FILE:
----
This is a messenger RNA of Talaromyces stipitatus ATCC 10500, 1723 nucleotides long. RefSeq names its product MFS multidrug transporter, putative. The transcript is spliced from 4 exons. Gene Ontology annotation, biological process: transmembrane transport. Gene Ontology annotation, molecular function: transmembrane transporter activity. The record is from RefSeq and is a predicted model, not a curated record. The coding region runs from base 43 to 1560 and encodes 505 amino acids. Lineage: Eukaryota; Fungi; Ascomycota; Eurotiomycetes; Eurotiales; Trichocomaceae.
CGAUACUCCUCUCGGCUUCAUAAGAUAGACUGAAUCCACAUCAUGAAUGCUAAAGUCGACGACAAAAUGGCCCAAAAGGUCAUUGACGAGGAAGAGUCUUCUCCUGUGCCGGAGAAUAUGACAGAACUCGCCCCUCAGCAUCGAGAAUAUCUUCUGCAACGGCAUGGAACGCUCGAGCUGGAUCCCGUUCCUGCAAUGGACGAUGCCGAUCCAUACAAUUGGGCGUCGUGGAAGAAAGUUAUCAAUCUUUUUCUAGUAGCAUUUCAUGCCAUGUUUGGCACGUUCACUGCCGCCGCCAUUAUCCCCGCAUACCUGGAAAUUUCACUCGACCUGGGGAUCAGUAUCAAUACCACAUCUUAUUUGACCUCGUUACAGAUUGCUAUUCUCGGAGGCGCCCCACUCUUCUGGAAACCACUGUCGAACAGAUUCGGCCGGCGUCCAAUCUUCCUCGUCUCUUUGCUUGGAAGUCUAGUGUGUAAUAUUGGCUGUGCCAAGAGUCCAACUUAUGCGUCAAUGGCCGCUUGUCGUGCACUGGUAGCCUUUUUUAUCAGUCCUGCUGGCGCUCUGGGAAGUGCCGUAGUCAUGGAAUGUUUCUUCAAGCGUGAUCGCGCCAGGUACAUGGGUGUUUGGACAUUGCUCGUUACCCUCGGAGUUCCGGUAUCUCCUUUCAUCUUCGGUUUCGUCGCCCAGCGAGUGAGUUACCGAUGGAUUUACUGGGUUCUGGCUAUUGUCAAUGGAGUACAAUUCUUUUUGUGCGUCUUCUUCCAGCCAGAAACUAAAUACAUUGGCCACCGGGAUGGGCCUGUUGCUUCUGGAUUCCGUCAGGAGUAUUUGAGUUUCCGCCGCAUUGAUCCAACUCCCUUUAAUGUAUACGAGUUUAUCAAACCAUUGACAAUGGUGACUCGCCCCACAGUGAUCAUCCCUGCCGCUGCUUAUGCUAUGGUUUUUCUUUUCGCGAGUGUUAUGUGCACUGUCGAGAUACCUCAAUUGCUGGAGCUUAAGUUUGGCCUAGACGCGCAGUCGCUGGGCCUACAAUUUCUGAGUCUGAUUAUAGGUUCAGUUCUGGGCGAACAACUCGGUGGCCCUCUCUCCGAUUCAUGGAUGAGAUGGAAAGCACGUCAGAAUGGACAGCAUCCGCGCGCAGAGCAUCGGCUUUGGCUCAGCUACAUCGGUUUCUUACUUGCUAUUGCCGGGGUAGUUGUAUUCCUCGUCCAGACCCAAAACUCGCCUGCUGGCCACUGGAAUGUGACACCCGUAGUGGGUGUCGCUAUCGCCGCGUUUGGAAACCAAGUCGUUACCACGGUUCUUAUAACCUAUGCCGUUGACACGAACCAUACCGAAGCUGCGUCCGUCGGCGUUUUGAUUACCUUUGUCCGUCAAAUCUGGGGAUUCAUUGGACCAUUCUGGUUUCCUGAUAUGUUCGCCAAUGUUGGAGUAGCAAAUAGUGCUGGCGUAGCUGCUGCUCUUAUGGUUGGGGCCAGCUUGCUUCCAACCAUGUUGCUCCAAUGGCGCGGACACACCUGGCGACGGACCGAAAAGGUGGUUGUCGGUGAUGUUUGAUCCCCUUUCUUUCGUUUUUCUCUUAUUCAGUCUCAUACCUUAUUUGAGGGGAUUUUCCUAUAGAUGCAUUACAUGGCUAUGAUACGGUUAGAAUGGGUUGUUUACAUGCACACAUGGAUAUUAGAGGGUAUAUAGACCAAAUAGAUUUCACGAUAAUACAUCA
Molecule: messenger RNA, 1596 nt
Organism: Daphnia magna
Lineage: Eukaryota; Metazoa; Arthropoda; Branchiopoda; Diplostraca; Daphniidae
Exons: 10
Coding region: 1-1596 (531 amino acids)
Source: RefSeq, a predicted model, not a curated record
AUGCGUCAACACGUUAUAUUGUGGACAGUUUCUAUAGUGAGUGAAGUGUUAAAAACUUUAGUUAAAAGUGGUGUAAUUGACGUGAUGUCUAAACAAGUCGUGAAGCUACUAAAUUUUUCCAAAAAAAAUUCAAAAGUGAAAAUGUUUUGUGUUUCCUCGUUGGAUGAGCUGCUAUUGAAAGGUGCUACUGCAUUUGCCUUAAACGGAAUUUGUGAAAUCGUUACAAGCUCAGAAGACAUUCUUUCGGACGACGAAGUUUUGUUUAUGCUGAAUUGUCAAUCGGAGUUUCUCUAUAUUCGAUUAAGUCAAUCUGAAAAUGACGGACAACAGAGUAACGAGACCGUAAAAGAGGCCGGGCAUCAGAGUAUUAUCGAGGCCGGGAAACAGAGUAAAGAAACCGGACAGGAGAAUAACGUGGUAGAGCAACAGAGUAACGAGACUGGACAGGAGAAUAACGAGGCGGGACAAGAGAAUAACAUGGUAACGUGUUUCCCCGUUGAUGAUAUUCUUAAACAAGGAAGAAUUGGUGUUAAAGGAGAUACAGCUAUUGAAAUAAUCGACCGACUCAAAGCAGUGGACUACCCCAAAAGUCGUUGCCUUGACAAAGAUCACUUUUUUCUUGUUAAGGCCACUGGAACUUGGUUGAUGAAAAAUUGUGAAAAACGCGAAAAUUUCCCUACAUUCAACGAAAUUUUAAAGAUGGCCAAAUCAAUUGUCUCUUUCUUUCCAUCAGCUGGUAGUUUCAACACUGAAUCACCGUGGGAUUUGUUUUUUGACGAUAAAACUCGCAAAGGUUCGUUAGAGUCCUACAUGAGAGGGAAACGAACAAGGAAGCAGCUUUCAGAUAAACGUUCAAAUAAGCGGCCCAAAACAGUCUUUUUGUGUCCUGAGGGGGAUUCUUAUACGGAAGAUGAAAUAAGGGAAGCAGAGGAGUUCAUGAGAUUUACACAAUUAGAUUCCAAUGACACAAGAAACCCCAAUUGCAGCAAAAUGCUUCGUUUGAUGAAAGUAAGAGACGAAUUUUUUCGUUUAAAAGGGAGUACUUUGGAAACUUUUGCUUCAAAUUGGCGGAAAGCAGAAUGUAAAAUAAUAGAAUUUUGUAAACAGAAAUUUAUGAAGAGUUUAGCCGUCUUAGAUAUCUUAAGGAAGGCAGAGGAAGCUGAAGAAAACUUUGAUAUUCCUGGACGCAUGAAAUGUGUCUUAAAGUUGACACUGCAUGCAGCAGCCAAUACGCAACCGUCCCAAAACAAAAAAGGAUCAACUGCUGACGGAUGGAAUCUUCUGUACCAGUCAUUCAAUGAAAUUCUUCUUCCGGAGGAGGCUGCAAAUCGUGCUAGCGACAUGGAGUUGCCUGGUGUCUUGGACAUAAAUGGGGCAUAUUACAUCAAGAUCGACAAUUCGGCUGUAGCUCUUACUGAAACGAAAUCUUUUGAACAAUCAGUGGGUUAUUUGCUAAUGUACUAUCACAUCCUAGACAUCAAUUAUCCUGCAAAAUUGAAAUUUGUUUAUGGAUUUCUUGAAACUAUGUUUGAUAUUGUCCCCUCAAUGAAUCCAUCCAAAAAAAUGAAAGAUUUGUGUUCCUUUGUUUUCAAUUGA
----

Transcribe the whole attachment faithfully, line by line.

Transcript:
This is a messenger RNA of Talaromyces stipitatus ATCC 10500, 1723 nucleotides long. RefSeq names its product MFS multidrug transporter, putative. The transcript is spliced from 4 exons. Gene Ontology annotation, biological process: transmembrane transport. Gene Ontology annotation, molecular function: transmembrane transporter activity. The record is from RefSeq and is a predicted model, not a curated record. The coding region runs from base 43 to 1560 and encodes 505 amino acids. Lineage: Eukaryota; Fungi; Ascomycota; Eurotiomycetes; Eurotiales; Trichocomaceae.
CGAUACUCCUCUCGGCUUCAUAAGAUAGACUGAAUCCACAUCAUGAAUGCUAAAGUCGACGACAAAAUGGCCCAAAAGGUCAUUGACGAGGAAGAGUCUUCUCCUGUGCCGGAGAAUAUGACAGAACUCGCCCCUCAGCAUCGAGAAUAUCUUCUGCAACGGCAUGGAACGCUCGAGCUGGAUCCCGUUCCUGCAAUGGACGAUGCCGAUCCAUACAAUUGGGCGUCGUGGAAGAAAGUUAUCAAUCUUUUUCUAGUAGCAUUUCAUGCCAUGUUUGGCACGUUCACUGCCGCCGCCAUUAUCCCCGCAUACCUGGAAAUUUCACUCGACCUGGGGAUCAGUAUCAAUACCACAUCUUAUUUGACCUCGUUACAGAUUGCUAUUCUCGGAGGCGCCCCACUCUUCUGGAAACCACUGUCGAACAGAUUCGGCCGGCGUCCAAUCUUCCUCGUCUCUUUGCUUGGAAGUCUAGUGUGUAAUAUUGGCUGUGCCAAGAGUCCAACUUAUGCGUCAAUGGCCGCUUGUCGUGCACUGGUAGCCUUUUUUAUCAGUCCUGCUGGCGCUCUGGGAAGUGCCGUAGUCAUGGAAUGUUUCUUCAAGCGUGAUCGCGCCAGGUACAUGGGUGUUUGGACAUUGCUCGUUACCCUCGGAGUUCCGGUAUCUCCUUUCAUCUUCGGUUUCGUCGCCCAGCGAGUGAGUUACCGAUGGAUUUACUGGGUUCUGGCUAUUGUCAAUGGAGUACAAUUCUUUUUGUGCGUCUUCUUCCAGCCAGAAACUAAAUACAUUGGCCACCGGGAUGGGCCUGUUGCUUCUGGAUUCCGUCAGGAGUAUUUGAGUUUCCGCCGCAUUGAUCCAACUCCCUUUAAUGUAUACGAGUUUAUCAAACCAUUGACAAUGGUGACUCGCCCCACAGUGAUCAUCCCUGCCGCUGCUUAUGCUAUGGUUUUUCUUUUCGCGAGUGUUAUGUGCACUGUCGAGAUACCUCAAUUGCUGGAGCUUAAGUUUGGCCUAGACGCGCAGUCGCUGGGCCUACAAUUUCUGAGUCUGAUUAUAGGUUCAGUUCUGGGCGAACAACUCGGUGGCCCUCUCUCCGAUUCAUGGAUGAGAUGGAAAGCACGUCAGAAUGGACAGCAUCCGCGCGCAGAGCAUCGGCUUUGGCUCAGCUACAUCGGUUUCUUACUUGCUAUUGCCGGGGUAGUUGUAUUCCUCGUCCAGACCCAAAACUCGCCUGCUGGCCACUGGAAUGUGACACCCGUAGUGGGUGUCGCUAUCGCCGCGUUUGGAAACCAAGUCGUUACCACGGUUCUUAUAACCUAUGCCGUUGACACGAACCAUACCGAAGCUGCGUCCGUCGGCGUUUUGAUUACCUUUGUCCGUCAAAUCUGGGGAUUCAUUGGACCAUUCUGGUUUCCUGAUAUGUUCGCCAAUGUUGGAGUAGCAAAUAGUGCUGGCGUAGCUGCUGCUCUUAUGGUUGGGGCCAGCUUGCUUCCAACCAUGUUGCUCCAAUGGCGCGGACACACCUGGCGACGGACCGAAAAGGUGGUUGUCGGUGAUGUUUGAUCCCCUUUCUUUCGUUUUUCUCUUAUUCAGUCUCAUACCUUAUUUGAGGGGAUUUUCCUAUAGAUGCAUUACAUGGCUAUGAUACGGUUAGAAUGGGUUGUUUACAUGCACACAUGGAUAUUAGAGGGUAUAUAGACCAAAUAGAUUUCACGAUAAUACAUCA
Molecule: messenger RNA, 1596 nt
Organism: Daphnia magna
Lineage: Eukaryota; Metazoa; Arthropoda; Branchiopoda; Diplostraca; Daphniidae
Exons: 10
Coding region: 1-1596 (531 amino acids)
Source: RefSeq, a predicted model, not a curated record
AUGCGUCAACACGUUAUAUUGUGGACAGUUUCUAUAGUGAGUGAAGUGUUAAAAACUUUAGUUAAAAGUGGUGUAAUUGACGUGAUGUCUAAACAAGUCGUGAAGCUACUAAAUUUUUCCAAAAAAAAUUCAAAAGUGAAAAUGUUUUGUGUUUCCUCGUUGGAUGAGCUGCUAUUGAAAGGUGCUACUGCAUUUGCCUUAAACGGAAUUUGUGAAAUCGUUACAAGCUCAGAAGACAUUCUUUCGGACGACGAAGUUUUGUUUAUGCUGAAUUGUCAAUCGGAGUUUCUCUAUAUUCGAUUAAGUCAAUCUGAAAAUGACGGACAACAGAGUAACGAGACCGUAAAAGAGGCCGGGCAUCAGAGUAUUAUCGAGGCCGGGAAACAGAGUAAAGAAACCGGACAGGAGAAUAACGUGGUAGAGCAACAGAGUAACGAGACUGGACAGGAGAAUAACGAGGCGGGACAAGAGAAUAACAUGGUAACGUGUUUCCCCGUUGAUGAUAUUCUUAAACAAGGAAGAAUUGGUGUUAAAGGAGAUACAGCUAUUGAAAUAAUCGACCGACUCAAAGCAGUGGACUACCCCAAAAGUCGUUGCCUUGACAAAGAUCACUUUUUUCUUGUUAAGGCCACUGGAACUUGGUUGAUGAAAAAUUGUGAAAAACGCGAAAAUUUCCCUACAUUCAACGAAAUUUUAAAGAUGGCCAAAUCAAUUGUCUCUUUCUUUCCAUCAGCUGGUAGUUUCAACACUGAAUCACCGUGGGAUUUGUUUUUUGACGAUAAAACUCGCAAAGGUUCGUUAGAGUCCUACAUGAGAGGGAAACGAACAAGGAAGCAGCUUUCAGAUAAACGUUCAAAUAAGCGGCCCAAAACAGUCUUUUUGUGUCCUGAGGGGGAUUCUUAUACGGAAGAUGAAAUAAGGGAAGCAGAGGAGUUCAUGAGAUUUACACAAUUAGAUUCCAAUGACACAAGAAACCCCAAUUGCAGCAAAAUGCUUCGUUUGAUGAAAGUAAGAGACGAAUUUUUUCGUUUAAAAGGGAGUACUUUGGAAACUUUUGCUUCAAAUUGGCGGAAAGCAGAAUGUAAAAUAAUAGAAUUUUGUAAACAGAAAUUUAUGAAGAGUUUAGCCGUCUUAGAUAUCUUAAGGAAGGCAGAGGAAGCUGAAGAAAACUUUGAUAUUCCUGGACGCAUGAAAUGUGUCUUAAAGUUGACACUGCAUGCAGCAGCCAAUACGCAACCGUCCCAAAACAAAAAAGGAUCAACUGCUGACGGAUGGAAUCUUCUGUACCAGUCAUUCAAUGAAAUUCUUCUUCCGGAGGAGGCUGCAAAUCGUGCUAGCGACAUGGAGUUGCCUGGUGUCUUGGACAUAAAUGGGGCAUAUUACAUCAAGAUCGACAAUUCGGCUGUAGCUCUUACUGAAACGAAAUCUUUUGAACAAUCAGUGGGUUAUUUGCUAAUGUACUAUCACAUCCUAGACAUCAAUUAUCCUGCAAAAUUGAAAUUUGUUUAUGGAUUUCUUGAAACUAUGUUUGAUAUUGUCCCCUCAAUGAAUCCAUCCAAAAAAAUGAAAGAUUUGUGUUCCUUUGUUUUCAAUUGA